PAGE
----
Despite being founded in 1673 and claiming the title of London’s oldest botanic garden, this Chelsea spot has remained one of London’s best-kept secrets. Among its aficionados is Dame Judi Dench and Sir Mick Jagger. The latter reportedly used this place for a party to mark his eightieth birthday. The garden itself celebrates its 350-year anniversary this year and visitors have the chance to explore the recently reopened historic glasshouses which Manolo Blahnik, the legendary shoe designer, adores.
The garden was founded by the Society of Apothecaries of London to provide apprentices with an opportunity to grow medicinal plants and study their uses. It’s sited on four acres of land contiguous to the River Thames where market gardens, orchards and “great houses” belonging to King Henry VIII, his Chancellor Sir Thomas More and Sir John Danvers once flourished.
The historic glasshouses
The Chelsea Physic Garden has long been a refuge and healing space. Overall, it has 4,000 plants. One of the garden’s distinctions is its range of greenhouses. Designed by the famous manufacturer Foster & Pearson in 1902, greenhouses at the garden have just undergone a full restoration and are home to 1,200 plant species.
During the First World War, plants, such as, Atropa Belladonna were harvested in the garden and used to treat soldiers.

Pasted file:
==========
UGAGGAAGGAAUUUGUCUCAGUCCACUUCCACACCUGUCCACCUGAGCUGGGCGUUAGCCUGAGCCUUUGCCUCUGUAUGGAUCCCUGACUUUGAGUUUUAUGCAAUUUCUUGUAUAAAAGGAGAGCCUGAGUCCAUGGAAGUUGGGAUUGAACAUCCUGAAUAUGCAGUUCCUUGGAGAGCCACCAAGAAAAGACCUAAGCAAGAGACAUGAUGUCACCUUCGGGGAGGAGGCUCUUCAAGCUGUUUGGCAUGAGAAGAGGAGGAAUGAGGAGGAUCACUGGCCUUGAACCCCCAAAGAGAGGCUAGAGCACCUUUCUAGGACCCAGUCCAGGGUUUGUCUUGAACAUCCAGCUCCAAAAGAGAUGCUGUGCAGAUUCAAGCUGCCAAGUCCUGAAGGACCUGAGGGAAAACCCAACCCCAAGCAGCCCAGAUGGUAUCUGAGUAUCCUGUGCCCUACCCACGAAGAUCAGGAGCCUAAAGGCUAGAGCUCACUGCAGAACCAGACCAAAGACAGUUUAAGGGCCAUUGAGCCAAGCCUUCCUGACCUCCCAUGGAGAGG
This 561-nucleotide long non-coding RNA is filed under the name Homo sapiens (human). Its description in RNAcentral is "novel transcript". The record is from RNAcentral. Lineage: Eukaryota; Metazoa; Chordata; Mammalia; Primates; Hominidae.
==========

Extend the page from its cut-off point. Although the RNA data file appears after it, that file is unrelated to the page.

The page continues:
The art of nature
Today, the collection is maintained to help guests and researchers understand the important role that plants play in our everyday lives, especially in the production and research of medicines. Along with medicinal plants there are beds of fruit and vegetables; plants that provide fabric, dyes, perfumes and alcohol.
Proudly overseeing the garden, you’ll find a statue of Sir Hans Sloane, an early benefactor. It’s thanks to him that the recipe for milk chocolate came to Britain. He brought it back from Jamaica where he’d worked as the physician to the Island Governor.
Agatha Christie’s mystery
You can also learn about the famous crime writer Agatha Christie who closely studied plants and completed pharmaceutical training in 1917. In many of the 60 novels written by Christie, plants are used to poison and kill characters.
Reading about the poisonous plants grown in the garden might well send a shiver down your spine, but they can be cheered by other plants that offer antidotes. Growing there, for example, is Nandina Domestica, better known as Heavenly Bamboo, which is being investigated by scientists who think it offers a chance to offset an overdose of ecstasy.
Perfect prelude to alfresco dining
A visit to Chelsea Physic Garden isn’t complete without dropping by the café. It’s a favourite amongst locals for good reason. It isn’t your average park eatery but more of a tranquil place with an ambience of relaxation and escapism.
The garden is also a popular lunch spot – dishes on the menu are made using fresh seasonal produce. All you need is a sunny day, a table on the terrace and a glass of rosé.